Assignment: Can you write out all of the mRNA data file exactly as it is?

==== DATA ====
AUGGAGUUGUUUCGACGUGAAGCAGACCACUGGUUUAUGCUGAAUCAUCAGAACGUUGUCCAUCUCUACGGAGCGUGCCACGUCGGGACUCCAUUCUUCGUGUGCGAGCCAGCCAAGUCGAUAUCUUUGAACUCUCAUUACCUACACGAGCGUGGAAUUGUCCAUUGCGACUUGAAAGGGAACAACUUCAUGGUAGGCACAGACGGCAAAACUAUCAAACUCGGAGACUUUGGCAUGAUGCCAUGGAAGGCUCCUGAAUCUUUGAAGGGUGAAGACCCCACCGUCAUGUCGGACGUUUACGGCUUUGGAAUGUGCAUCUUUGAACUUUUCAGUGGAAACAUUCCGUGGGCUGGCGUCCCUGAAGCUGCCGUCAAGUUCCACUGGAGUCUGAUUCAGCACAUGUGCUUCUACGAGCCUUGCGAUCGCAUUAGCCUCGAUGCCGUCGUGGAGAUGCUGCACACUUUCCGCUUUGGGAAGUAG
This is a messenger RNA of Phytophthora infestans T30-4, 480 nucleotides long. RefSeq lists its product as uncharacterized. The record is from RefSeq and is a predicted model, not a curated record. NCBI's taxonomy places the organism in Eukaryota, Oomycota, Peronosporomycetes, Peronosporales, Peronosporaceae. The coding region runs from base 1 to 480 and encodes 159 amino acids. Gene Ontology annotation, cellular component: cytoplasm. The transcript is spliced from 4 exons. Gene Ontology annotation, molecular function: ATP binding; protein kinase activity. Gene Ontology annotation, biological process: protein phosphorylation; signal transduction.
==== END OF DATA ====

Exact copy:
AUGGAGUUGUUUCGACGUGAAGCAGACCACUGGUUUAUGCUGAAUCAUCAGAACGUUGUCCAUCUCUACGGAGCGUGCCACGUCGGGACUCCAUUCUUCGUGUGCGAGCCAGCCAAGUCGAUAUCUUUGAACUCUCAUUACCUACACGAGCGUGGAAUUGUCCAUUGCGACUUGAAAGGGAACAACUUCAUGGUAGGCACAGACGGCAAAACUAUCAAACUCGGAGACUUUGGCAUGAUGCCAUGGAAGGCUCCUGAAUCUUUGAAGGGUGAAGACCCCACCGUCAUGUCGGACGUUUACGGCUUUGGAAUGUGCAUCUUUGAACUUUUCAGUGGAAACAUUCCGUGGGCUGGCGUCCCUGAAGCUGCCGUCAAGUUCCACUGGAGUCUGAUUCAGCACAUGUGCUUCUACGAGCCUUGCGAUCGCAUUAGCCUCGAUGCCGUCGUGGAGAUGCUGCACACUUUCCGCUUUGGGAAGUAG
This is a messenger RNA of Phytophthora infestans T30-4, 480 nucleotides long. RefSeq lists its product as uncharacterized. The record is from RefSeq and is a predicted model, not a curated record. NCBI's taxonomy places the organism in Eukaryota, Oomycota, Peronosporomycetes, Peronosporales, Peronosporaceae. The coding region runs from base 1 to 480 and encodes 159 amino acids. Gene Ontology annotation, cellular component: cytoplasm. The transcript is spliced from 4 exons. Gene Ontology annotation, molecular function: ATP binding; protein kinase activity. Gene Ontology annotation, biological process: protein phosphorylation; signal transduction.